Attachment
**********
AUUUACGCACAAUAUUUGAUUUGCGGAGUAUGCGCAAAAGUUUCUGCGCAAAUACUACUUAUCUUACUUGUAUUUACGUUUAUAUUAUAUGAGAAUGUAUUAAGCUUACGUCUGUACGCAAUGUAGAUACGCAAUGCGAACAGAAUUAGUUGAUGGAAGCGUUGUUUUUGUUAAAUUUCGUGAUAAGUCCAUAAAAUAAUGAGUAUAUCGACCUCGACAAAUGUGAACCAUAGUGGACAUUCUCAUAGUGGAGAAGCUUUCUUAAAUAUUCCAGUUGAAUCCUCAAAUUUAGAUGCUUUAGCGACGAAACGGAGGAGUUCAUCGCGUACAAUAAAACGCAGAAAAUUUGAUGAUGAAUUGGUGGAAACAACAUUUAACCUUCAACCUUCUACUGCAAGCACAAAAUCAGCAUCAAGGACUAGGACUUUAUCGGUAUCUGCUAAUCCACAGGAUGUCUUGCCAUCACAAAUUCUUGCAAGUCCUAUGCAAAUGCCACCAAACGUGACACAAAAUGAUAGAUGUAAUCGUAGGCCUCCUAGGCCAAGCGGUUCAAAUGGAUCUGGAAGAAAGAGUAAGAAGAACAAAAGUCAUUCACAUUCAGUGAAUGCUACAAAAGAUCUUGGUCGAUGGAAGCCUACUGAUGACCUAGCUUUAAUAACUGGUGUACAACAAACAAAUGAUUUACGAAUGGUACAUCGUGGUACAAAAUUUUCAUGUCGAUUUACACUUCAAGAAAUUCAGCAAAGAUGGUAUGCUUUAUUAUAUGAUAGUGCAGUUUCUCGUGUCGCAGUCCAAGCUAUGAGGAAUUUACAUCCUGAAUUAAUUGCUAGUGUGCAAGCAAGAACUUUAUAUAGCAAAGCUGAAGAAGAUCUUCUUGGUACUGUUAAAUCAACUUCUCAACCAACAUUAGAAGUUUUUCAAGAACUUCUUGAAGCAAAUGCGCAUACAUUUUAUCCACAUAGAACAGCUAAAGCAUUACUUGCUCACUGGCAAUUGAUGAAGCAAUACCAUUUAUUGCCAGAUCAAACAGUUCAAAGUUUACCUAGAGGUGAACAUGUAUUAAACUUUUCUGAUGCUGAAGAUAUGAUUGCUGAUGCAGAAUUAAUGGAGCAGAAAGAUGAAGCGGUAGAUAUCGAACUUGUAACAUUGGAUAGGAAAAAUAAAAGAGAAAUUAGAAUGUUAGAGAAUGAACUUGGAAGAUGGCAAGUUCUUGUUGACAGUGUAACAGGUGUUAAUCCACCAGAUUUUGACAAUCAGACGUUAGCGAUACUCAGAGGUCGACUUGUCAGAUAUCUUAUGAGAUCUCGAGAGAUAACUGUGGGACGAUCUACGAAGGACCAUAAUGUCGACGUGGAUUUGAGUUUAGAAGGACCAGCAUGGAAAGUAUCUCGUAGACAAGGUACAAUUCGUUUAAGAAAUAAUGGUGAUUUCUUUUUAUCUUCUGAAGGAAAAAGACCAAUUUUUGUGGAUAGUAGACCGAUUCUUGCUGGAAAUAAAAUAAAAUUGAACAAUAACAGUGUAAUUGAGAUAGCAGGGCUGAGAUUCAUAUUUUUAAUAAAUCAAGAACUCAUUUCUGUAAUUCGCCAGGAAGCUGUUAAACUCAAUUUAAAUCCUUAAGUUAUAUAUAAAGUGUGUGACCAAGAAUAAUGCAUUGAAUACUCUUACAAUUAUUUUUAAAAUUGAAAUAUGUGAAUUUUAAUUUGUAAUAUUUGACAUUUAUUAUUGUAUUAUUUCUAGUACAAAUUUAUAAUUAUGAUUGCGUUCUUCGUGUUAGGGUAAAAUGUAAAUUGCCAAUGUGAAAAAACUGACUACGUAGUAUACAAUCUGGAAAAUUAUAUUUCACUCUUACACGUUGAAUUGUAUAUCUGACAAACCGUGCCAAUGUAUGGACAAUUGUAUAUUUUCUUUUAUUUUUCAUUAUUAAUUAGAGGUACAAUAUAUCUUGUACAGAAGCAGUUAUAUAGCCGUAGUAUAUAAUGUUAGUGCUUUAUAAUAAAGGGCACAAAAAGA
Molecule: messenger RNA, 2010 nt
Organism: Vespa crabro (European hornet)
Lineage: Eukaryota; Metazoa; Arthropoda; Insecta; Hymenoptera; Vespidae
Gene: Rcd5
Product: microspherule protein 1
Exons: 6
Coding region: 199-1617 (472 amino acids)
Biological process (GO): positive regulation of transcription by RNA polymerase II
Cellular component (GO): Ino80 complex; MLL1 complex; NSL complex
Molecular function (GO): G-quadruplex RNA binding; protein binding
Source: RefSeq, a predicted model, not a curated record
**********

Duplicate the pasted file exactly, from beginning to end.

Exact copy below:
AUUUACGCACAAUAUUUGAUUUGCGGAGUAUGCGCAAAAGUUUCUGCGCAAAUACUACUUAUCUUACUUGUAUUUACGUUUAUAUUAUAUGAGAAUGUAUUAAGCUUACGUCUGUACGCAAUGUAGAUACGCAAUGCGAACAGAAUUAGUUGAUGGAAGCGUUGUUUUUGUUAAAUUUCGUGAUAAGUCCAUAAAAUAAUGAGUAUAUCGACCUCGACAAAUGUGAACCAUAGUGGACAUUCUCAUAGUGGAGAAGCUUUCUUAAAUAUUCCAGUUGAAUCCUCAAAUUUAGAUGCUUUAGCGACGAAACGGAGGAGUUCAUCGCGUACAAUAAAACGCAGAAAAUUUGAUGAUGAAUUGGUGGAAACAACAUUUAACCUUCAACCUUCUACUGCAAGCACAAAAUCAGCAUCAAGGACUAGGACUUUAUCGGUAUCUGCUAAUCCACAGGAUGUCUUGCCAUCACAAAUUCUUGCAAGUCCUAUGCAAAUGCCACCAAACGUGACACAAAAUGAUAGAUGUAAUCGUAGGCCUCCUAGGCCAAGCGGUUCAAAUGGAUCUGGAAGAAAGAGUAAGAAGAACAAAAGUCAUUCACAUUCAGUGAAUGCUACAAAAGAUCUUGGUCGAUGGAAGCCUACUGAUGACCUAGCUUUAAUAACUGGUGUACAACAAACAAAUGAUUUACGAAUGGUACAUCGUGGUACAAAAUUUUCAUGUCGAUUUACACUUCAAGAAAUUCAGCAAAGAUGGUAUGCUUUAUUAUAUGAUAGUGCAGUUUCUCGUGUCGCAGUCCAAGCUAUGAGGAAUUUACAUCCUGAAUUAAUUGCUAGUGUGCAAGCAAGAACUUUAUAUAGCAAAGCUGAAGAAGAUCUUCUUGGUACUGUUAAAUCAACUUCUCAACCAACAUUAGAAGUUUUUCAAGAACUUCUUGAAGCAAAUGCGCAUACAUUUUAUCCACAUAGAACAGCUAAAGCAUUACUUGCUCACUGGCAAUUGAUGAAGCAAUACCAUUUAUUGCCAGAUCAAACAGUUCAAAGUUUACCUAGAGGUGAACAUGUAUUAAACUUUUCUGAUGCUGAAGAUAUGAUUGCUGAUGCAGAAUUAAUGGAGCAGAAAGAUGAAGCGGUAGAUAUCGAACUUGUAACAUUGGAUAGGAAAAAUAAAAGAGAAAUUAGAAUGUUAGAGAAUGAACUUGGAAGAUGGCAAGUUCUUGUUGACAGUGUAACAGGUGUUAAUCCACCAGAUUUUGACAAUCAGACGUUAGCGAUACUCAGAGGUCGACUUGUCAGAUAUCUUAUGAGAUCUCGAGAGAUAACUGUGGGACGAUCUACGAAGGACCAUAAUGUCGACGUGGAUUUGAGUUUAGAAGGACCAGCAUGGAAAGUAUCUCGUAGACAAGGUACAAUUCGUUUAAGAAAUAAUGGUGAUUUCUUUUUAUCUUCUGAAGGAAAAAGACCAAUUUUUGUGGAUAGUAGACCGAUUCUUGCUGGAAAUAAAAUAAAAUUGAACAAUAACAGUGUAAUUGAGAUAGCAGGGCUGAGAUUCAUAUUUUUAAUAAAUCAAGAACUCAUUUCUGUAAUUCGCCAGGAAGCUGUUAAACUCAAUUUAAAUCCUUAAGUUAUAUAUAAAGUGUGUGACCAAGAAUAAUGCAUUGAAUACUCUUACAAUUAUUUUUAAAAUUGAAAUAUGUGAAUUUUAAUUUGUAAUAUUUGACAUUUAUUAUUGUAUUAUUUCUAGUACAAAUUUAUAAUUAUGAUUGCGUUCUUCGUGUUAGGGUAAAAUGUAAAUUGCCAAUGUGAAAAAACUGACUACGUAGUAUACAAUCUGGAAAAUUAUAUUUCACUCUUACACGUUGAAUUGUAUAUCUGACAAACCGUGCCAAUGUAUGGACAAUUGUAUAUUUUCUUUUAUUUUUCAUUAUUAAUUAGAGGUACAAUAUAUCUUGUACAGAAGCAGUUAUAUAGCCGUAGUAUAUAAUGUUAGUGCUUUAUAAUAAAGGGCACAAAAAGA
Molecule: messenger RNA, 2010 nt
Organism: Vespa crabro (European hornet)
Lineage: Eukaryota; Metazoa; Arthropoda; Insecta; Hymenoptera; Vespidae
Gene: Rcd5
Product: microspherule protein 1
Exons: 6
Coding region: 199-1617 (472 amino acids)
Biological process (GO): positive regulation of transcription by RNA polymerase II
Cellular component (GO): Ino80 complex; MLL1 complex; NSL complex
Molecular function (GO): G-quadruplex RNA binding; protein binding
Source: RefSeq, a predicted model, not a curated record